The Things They Left Behind: How the U.S. Laid Waste to Southeast Asia

THE LONG RECKONING: A Story of War, Peace, and Redemption in Vietnam, by George Black

The lore of American military logistics celebrates triumphs of sustainment. Take the Civil War “Cracker Line,” a network of wagon roads and pontoon bridges opened in October 1863, which supplied the besieged federal forces at Chattanooga, Tenn.; the Red Ball Express, a truck convoy system established in France in 1944, which moved approximately 12,000 tons of matériel a day for 82 days to supply the Allied advance during World War II; or the monumental staging of the 1991 gulf war, which the general in charge deemed “the largest logistical move in history.”

Such stories typically end with the heroic relief of a starving garrison or the just-in-time resupply of fuel and munitions to keep an army rolling along. But what of the tragic coda: the hazardous mess an army leaves behind to be incinerated — in the toxic burn pits of Iraq and Afghanistan, for example — exploded or salvaged by the local population?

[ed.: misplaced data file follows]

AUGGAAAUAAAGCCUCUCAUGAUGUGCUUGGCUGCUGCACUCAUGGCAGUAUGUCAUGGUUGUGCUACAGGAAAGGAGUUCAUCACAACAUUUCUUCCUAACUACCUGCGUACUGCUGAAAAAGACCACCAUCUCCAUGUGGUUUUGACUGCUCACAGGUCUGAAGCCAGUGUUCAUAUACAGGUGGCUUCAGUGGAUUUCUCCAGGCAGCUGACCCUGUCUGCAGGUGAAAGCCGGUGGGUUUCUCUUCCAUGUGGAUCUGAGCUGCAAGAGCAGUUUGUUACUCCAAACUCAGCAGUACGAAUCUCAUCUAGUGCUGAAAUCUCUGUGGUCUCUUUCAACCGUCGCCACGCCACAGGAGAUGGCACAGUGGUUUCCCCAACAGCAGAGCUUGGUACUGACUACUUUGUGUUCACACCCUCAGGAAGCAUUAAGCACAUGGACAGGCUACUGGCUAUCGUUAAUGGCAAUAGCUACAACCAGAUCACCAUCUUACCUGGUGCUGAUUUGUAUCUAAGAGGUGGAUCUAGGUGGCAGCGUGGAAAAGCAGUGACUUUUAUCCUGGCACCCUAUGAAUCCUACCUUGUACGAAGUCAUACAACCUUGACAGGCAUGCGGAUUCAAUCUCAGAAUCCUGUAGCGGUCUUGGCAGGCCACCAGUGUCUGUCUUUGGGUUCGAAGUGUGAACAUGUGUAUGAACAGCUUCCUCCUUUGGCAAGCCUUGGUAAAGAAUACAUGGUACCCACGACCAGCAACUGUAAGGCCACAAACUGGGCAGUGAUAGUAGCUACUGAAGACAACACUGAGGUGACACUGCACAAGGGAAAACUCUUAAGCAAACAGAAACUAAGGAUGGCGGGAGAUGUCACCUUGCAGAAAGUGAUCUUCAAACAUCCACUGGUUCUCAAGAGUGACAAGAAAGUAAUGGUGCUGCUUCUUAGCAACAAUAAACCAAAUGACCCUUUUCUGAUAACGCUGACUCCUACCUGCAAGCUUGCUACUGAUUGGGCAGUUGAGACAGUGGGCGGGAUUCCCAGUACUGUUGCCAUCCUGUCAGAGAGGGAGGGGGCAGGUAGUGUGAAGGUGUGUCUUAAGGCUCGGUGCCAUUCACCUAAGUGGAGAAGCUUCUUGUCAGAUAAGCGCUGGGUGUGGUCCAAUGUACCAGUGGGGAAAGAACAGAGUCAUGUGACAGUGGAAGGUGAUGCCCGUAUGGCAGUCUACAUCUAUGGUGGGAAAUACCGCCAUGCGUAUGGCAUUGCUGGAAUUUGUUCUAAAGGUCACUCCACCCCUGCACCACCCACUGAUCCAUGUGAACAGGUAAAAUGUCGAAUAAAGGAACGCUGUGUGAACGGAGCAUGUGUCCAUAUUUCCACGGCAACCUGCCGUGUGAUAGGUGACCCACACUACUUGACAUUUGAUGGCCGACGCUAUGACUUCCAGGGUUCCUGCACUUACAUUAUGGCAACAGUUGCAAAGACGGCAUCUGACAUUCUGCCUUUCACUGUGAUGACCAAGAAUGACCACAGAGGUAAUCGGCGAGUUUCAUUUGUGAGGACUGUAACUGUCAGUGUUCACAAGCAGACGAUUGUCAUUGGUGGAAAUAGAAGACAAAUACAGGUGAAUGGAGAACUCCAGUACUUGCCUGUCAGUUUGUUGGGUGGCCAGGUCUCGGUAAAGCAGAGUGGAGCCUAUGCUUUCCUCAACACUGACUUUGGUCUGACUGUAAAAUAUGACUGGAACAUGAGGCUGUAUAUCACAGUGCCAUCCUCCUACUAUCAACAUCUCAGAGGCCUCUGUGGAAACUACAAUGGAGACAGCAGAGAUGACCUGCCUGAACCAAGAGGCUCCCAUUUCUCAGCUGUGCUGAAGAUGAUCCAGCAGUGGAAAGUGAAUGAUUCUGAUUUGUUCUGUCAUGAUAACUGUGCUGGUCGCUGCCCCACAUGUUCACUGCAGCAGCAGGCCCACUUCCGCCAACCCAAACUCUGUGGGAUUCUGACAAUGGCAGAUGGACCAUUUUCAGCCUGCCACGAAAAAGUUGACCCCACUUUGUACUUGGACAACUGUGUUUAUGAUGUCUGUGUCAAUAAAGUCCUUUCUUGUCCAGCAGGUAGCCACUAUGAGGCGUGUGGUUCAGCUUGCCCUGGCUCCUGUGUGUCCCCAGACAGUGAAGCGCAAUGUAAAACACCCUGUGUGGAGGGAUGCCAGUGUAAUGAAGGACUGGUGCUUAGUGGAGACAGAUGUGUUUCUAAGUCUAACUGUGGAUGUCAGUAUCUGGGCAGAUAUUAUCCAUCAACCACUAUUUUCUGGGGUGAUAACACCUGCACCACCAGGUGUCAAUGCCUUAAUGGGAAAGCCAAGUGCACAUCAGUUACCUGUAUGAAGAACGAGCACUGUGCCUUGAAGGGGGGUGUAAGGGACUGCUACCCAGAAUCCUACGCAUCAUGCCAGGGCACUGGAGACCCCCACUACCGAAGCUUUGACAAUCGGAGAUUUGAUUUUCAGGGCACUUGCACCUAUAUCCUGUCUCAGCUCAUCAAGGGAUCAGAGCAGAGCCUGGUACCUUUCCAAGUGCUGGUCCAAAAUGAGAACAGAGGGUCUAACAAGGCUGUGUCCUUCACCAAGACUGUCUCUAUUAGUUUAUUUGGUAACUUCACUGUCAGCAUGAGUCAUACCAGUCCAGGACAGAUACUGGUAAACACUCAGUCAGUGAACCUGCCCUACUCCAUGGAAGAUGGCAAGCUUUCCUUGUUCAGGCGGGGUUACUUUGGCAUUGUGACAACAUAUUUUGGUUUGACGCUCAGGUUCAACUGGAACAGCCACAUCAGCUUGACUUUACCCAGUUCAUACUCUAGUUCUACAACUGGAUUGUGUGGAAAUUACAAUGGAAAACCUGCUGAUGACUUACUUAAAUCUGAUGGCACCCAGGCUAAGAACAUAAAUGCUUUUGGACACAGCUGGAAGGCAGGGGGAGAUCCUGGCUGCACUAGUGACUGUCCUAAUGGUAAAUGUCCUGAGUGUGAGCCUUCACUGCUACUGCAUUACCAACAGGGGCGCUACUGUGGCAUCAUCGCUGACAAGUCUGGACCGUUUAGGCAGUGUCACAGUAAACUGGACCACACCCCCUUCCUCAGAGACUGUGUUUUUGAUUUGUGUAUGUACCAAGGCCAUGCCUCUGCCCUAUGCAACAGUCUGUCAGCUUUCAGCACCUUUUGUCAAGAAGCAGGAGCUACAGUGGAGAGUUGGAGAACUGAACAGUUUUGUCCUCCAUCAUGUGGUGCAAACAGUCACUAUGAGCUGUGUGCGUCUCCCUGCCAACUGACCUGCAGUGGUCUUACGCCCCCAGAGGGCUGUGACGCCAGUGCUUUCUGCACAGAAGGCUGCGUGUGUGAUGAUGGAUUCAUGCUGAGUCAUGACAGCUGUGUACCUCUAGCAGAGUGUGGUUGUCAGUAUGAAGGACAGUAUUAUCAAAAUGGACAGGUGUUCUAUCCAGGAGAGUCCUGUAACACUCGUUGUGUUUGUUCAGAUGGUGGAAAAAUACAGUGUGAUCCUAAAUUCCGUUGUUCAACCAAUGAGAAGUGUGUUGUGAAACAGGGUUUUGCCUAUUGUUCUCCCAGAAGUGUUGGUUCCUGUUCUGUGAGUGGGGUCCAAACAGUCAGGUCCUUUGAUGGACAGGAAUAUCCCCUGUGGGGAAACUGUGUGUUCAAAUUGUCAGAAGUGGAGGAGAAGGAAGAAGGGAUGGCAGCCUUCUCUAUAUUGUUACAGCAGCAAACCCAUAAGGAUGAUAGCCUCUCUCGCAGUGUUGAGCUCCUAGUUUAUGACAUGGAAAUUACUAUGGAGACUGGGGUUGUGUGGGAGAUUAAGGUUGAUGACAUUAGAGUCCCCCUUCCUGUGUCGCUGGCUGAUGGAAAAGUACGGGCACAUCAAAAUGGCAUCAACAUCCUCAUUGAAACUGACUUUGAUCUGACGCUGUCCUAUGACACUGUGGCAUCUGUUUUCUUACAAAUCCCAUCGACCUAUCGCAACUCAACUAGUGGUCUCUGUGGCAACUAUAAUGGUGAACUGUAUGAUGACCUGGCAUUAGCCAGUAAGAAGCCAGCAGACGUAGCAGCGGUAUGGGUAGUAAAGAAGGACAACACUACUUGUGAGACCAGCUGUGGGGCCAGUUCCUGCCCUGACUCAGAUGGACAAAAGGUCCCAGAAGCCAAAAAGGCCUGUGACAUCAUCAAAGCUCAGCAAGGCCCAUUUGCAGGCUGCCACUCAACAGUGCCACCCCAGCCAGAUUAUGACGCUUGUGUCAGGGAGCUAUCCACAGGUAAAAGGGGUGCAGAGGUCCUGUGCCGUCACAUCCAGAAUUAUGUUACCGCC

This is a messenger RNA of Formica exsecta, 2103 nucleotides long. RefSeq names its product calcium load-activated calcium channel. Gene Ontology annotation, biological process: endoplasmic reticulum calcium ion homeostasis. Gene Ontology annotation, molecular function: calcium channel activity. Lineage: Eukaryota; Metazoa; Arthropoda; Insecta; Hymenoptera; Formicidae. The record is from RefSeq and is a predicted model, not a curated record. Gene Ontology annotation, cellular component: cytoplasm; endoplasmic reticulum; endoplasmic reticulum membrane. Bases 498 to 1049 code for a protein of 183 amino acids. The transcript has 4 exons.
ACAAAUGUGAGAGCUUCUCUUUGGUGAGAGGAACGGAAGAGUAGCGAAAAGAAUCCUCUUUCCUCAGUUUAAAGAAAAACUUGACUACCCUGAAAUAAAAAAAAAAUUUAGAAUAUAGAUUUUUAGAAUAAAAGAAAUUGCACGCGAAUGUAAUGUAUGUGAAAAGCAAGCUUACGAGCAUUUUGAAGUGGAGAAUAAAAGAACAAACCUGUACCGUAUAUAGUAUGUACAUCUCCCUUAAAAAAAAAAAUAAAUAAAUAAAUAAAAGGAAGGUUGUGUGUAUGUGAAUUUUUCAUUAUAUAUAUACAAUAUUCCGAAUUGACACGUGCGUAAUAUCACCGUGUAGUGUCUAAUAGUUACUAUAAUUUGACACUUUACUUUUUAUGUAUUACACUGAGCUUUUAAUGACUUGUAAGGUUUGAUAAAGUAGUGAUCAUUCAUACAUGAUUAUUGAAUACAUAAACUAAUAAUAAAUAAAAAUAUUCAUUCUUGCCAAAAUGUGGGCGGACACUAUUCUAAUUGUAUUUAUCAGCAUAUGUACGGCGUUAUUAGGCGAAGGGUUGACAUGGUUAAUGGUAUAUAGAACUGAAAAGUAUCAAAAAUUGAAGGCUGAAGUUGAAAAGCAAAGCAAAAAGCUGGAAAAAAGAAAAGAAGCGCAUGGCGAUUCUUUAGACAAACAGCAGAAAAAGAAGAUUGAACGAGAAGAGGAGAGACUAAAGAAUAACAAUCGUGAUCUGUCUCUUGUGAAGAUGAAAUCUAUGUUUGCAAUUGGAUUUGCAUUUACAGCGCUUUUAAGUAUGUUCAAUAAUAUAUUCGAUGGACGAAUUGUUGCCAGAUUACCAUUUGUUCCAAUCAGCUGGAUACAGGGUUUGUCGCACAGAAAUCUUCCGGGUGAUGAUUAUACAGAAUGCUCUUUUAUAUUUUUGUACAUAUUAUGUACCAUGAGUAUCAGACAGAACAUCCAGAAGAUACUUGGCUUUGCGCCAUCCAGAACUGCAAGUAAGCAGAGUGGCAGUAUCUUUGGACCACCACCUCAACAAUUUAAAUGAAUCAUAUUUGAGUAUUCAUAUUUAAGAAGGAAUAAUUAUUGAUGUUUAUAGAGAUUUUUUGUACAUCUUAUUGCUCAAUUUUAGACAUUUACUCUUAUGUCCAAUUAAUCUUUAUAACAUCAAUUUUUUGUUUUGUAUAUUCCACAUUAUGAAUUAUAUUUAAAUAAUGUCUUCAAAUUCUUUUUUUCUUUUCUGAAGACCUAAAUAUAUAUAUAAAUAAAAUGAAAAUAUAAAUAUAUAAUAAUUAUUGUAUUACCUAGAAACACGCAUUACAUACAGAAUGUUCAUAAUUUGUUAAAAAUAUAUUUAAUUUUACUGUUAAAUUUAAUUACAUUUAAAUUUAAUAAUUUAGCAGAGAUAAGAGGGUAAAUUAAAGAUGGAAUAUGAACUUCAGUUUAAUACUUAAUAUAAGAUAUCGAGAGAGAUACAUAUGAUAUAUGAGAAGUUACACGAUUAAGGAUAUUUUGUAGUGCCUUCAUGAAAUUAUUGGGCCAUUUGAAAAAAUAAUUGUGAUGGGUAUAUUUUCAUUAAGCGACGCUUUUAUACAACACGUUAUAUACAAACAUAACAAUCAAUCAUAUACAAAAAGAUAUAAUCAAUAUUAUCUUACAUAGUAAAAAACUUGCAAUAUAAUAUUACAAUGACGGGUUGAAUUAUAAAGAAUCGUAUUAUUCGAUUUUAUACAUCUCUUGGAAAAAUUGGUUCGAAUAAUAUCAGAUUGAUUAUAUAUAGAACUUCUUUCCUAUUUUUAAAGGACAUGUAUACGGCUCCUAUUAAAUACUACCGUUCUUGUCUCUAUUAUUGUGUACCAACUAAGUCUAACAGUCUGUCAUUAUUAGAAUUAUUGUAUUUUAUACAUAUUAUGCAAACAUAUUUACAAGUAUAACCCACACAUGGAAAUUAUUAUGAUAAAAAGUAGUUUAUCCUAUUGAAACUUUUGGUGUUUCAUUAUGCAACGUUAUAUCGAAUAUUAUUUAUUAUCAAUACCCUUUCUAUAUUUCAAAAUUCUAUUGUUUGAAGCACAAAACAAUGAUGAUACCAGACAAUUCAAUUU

This is one of the questions addressed in George Black’s new book about the legacy of American involvement in Southeast Asia. In “The Long Reckoning,” Black, a British journalist living in New York and the author of several books on foreign policy, unites his areas of expertise in international affairs and the environment to explore a landscape littered with the detritus of war: scrap metal, unexploded ordnance, soil and water contaminated by herbicides Americans sprayed, spilled and dumped over swaths of Vietnam, Laos and Cambodia.

Black focuses his attention largely on Vietnam’s Quang Tri and Thua Thien provinces along the Laotian border, home to a vital stretch of the Ho Chi Minh Trail — from the DMZ south into the A Shau Valley. “All the worst legacies of the war were concentrated here,” he writes, “an area smaller than the state of Connecticut.” The United States sprayed 750,000 gallons of chemicals (so-called rainbow herbicides, of which Agent Orange is the most notorious) on Quang Tri and more than 500,000 on the A Shau, in Thua Thien. The nation also unleashed more bombs on Quang Tri alone than had been dropped on Germany during World War II.

A massive defoliation campaign to reduce cover for Vietnamese ambushes, known as Operation Ranch Hand, began in 1961. Soon, the U.S. government began to authorize crop destruction as well. Black describes Ranch Hand as “without precedent in history, using all the tools of science, technology and air power to lay waste to a country’s natural environment.” By contrast, when the destruction of Japan’s rice crop had been proposed in 1944, Adm. William Leahy, President Franklin D. Roosevelt’s chief of staff, “vetoed the idea, saying it ‘would violate every Christian ethic I have ever heard of and all known laws of war.’”